The vinyl album – few musical experiences come close to the physical, aural and mental pleasure that holding and playing a vinyl record gives. From the initial handling of that 12” square package and the feel of extracting the album from the sleeve, the placement on the turntable on the platter and the slow, damped lowering of the cartridge onto the record, it’s a feast of senses that is unmatched by any other playback format.
It’s the culmination of many different but closely linked creative processes, curated by a number of highly-skilled experts in their fields, and you may not know just how many of these there are.
So, here’s our guide to making an album, from start to finish.
Without the creativity of the artists, there is of course no album! Whether it’s self-penned original music, new material provided by others or a cover version, it’s the artist that delivers the passion, feeling and emotion that engages the listener, telling the story.
Their musical proficiency is what brings the music to life.
The recording engineer and his team are the ones who know how to capture every ounce of emotion, making sure that the right equipment is properly configured, mics placed properly and the best possible recording is captured, take after take if necessary. Mic choice will vary from artist to artist and it’s the engineer’s job to get the best source recording – it can’t be made ‘better’ later.
This role knows when to add processing to a recording or equalization, or to leave the processing for mixdown. It’s taken years of learning the craft, being mentored and experimenting with ideas to get to this point.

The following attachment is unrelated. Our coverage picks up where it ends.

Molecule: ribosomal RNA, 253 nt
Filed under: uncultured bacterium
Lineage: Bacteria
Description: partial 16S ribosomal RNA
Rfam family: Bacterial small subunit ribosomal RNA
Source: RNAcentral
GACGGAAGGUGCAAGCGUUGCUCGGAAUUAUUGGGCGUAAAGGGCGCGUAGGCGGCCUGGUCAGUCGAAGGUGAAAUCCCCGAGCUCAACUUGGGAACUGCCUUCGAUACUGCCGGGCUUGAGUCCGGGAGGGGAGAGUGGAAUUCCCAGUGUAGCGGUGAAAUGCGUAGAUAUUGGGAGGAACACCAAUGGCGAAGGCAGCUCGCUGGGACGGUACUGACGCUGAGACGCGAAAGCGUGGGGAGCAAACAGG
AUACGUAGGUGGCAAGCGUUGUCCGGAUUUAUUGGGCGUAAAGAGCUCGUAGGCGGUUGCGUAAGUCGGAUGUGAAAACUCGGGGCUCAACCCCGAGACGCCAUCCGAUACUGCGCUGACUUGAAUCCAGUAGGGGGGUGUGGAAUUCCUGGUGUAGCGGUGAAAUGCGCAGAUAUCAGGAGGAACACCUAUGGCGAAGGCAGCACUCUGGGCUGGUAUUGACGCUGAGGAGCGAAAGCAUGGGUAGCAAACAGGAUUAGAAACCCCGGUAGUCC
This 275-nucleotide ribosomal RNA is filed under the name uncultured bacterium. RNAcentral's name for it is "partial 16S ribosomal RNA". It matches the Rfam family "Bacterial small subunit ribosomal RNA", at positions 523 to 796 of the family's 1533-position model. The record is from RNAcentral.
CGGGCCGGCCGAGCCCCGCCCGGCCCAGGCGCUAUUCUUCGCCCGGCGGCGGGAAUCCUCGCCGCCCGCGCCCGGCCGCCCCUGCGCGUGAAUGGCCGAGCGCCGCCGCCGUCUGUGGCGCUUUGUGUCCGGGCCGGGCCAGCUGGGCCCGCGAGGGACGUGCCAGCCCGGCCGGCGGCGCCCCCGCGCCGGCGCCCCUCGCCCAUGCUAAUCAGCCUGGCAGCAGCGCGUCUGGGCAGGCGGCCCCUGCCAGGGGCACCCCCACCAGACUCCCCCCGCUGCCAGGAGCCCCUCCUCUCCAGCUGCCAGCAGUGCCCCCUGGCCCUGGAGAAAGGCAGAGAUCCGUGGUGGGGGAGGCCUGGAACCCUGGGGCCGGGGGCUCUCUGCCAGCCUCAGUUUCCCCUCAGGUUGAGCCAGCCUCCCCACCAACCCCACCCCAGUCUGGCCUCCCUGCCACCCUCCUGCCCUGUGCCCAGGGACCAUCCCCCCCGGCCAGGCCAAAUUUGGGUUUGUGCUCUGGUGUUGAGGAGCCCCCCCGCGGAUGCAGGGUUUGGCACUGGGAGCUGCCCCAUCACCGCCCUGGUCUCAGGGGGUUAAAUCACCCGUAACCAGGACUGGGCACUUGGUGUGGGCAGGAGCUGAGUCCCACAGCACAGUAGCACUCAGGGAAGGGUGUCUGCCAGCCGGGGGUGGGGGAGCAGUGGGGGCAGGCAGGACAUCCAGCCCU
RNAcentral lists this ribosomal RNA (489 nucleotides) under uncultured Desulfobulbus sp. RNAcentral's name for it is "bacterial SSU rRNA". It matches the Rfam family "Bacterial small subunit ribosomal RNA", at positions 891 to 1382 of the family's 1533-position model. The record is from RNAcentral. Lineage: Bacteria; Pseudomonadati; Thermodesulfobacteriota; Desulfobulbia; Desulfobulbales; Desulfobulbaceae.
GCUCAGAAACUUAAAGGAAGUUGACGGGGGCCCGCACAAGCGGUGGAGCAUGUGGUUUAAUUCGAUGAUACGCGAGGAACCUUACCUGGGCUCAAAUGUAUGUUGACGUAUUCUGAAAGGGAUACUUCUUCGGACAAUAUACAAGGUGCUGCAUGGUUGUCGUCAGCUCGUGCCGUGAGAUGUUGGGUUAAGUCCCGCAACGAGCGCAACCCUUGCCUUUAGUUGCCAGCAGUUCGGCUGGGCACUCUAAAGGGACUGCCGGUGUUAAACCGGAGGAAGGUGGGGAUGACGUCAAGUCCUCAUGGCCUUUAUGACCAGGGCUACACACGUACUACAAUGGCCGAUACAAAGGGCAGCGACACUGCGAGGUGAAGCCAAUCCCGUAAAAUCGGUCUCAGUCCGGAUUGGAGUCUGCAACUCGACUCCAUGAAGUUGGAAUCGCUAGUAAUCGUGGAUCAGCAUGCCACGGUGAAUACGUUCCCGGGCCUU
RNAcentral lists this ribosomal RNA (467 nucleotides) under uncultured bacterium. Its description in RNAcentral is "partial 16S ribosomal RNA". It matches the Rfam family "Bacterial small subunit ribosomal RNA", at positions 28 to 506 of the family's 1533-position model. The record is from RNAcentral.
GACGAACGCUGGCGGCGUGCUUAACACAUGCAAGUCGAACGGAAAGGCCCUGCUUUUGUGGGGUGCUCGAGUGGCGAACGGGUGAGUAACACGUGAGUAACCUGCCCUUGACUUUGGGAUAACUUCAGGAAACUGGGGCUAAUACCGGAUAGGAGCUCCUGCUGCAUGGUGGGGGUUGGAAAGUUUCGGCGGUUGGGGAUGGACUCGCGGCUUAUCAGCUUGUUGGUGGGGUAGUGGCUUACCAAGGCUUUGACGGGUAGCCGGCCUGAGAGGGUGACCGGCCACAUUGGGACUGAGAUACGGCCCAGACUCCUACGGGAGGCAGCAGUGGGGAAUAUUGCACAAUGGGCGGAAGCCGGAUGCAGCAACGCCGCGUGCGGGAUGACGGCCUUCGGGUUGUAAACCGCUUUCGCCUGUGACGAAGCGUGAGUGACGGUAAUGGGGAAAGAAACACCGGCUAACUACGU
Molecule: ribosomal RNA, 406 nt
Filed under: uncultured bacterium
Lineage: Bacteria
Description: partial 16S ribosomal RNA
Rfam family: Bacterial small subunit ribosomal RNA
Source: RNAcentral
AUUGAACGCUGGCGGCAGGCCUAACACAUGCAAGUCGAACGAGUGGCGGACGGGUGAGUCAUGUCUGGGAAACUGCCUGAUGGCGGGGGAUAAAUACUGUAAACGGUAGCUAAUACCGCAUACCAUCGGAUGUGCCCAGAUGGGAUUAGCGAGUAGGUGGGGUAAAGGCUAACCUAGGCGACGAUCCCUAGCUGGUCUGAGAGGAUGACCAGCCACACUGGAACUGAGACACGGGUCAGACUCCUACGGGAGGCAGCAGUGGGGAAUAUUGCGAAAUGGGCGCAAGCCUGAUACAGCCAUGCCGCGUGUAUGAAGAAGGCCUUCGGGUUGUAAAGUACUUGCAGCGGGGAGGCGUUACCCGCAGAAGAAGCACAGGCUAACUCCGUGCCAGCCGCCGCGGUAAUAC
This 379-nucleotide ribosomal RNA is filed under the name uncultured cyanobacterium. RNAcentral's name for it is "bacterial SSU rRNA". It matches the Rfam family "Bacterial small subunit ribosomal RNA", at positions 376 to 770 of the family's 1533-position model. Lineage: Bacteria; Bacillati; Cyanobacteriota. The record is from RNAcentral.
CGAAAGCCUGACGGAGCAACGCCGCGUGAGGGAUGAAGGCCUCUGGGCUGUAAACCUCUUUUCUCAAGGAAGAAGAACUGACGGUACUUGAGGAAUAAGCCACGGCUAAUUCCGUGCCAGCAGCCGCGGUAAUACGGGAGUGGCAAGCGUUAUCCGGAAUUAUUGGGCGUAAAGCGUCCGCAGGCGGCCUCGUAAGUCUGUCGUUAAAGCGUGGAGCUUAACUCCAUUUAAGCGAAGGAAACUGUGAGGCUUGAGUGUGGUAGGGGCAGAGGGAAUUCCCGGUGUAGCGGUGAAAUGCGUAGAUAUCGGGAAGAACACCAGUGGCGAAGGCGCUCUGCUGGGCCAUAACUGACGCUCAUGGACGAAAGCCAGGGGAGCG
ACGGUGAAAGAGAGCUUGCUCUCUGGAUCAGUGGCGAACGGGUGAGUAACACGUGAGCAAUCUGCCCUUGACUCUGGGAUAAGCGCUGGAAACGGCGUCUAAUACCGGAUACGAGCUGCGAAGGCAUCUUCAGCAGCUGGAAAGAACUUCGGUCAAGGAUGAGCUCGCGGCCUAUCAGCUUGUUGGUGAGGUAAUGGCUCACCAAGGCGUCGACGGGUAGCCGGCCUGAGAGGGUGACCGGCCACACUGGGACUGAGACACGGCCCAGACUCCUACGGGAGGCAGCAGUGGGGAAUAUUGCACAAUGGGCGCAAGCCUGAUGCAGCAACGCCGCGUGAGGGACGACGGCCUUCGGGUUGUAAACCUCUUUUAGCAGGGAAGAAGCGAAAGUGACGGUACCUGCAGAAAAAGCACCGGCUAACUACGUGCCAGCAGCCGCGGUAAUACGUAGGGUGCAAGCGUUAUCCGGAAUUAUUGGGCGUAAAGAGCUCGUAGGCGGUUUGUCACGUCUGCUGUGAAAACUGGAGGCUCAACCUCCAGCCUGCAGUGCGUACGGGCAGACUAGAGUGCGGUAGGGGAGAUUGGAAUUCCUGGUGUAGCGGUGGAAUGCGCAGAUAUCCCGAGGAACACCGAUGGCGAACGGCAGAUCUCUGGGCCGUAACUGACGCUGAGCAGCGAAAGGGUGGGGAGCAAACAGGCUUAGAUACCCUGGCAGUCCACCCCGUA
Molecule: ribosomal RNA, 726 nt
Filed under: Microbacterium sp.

This is the sound equivalent of the film director, coaching the artist, making production suggestions on what could be added where and working with the audio engineer to capture the artist’s personality.
The Mixdown or Balance engineer
Usually this is the recording engineer, taking all the multiple recorded parts of the material and blending them together to make a sweet-sounding piece. The role involves adding effects such as reverb, dynamics (compression, de-essers etc.) to create what’s known as the balance.
Sometimes the mixdown will be done in a separate studio from recording (or tracking).
The mastering engineer’s job is to prepare the sound files for transferring to disk (or CD in the old days 😊) and create or ‘cut’ the master lacquer or metal disk from which the master ‘stamper’ will be made, which will then be used to press the final vinyl.
This where the music takes on the look of a vinyl record.
Cutting is where a lacquer master disk is ‘cut’ using a special lathe using the audio – essentially the inverse of a record player where the stylus makes the grooves rather than reading them. The original method used an acetate or lacquer disk, but more modern techniques cut directly to a metal (usually copper) disk. This latter method is known as DMM or Direct Metal Mastering.
It’s a highly-specialized skill which takes many years of experience in physics, electronics, computer programming and vinyl manufacturing technologies to perfect.
This engineer has to control the cutting head on the ‘lathe’ to provide the best sound quality while ensuring all the audio fits onto the disk – it’s those wiggles you see on the record. Too close together and you lose quality and risk distortion, too far apart and the music won’t fit and you risk damaging a record player’s stylus. Since the cutting level (volume) on the record is dependent on the length of the program, accurate timings are critical. The time for each track, and the total running time, including spaces between songs, must be provided for each side.
Of course, 2 master disks are needed for an album, one for each side.
The Stamping producer
The lacquer or copper disk now goes to create the metal stamper which will be used to press the final vinyl.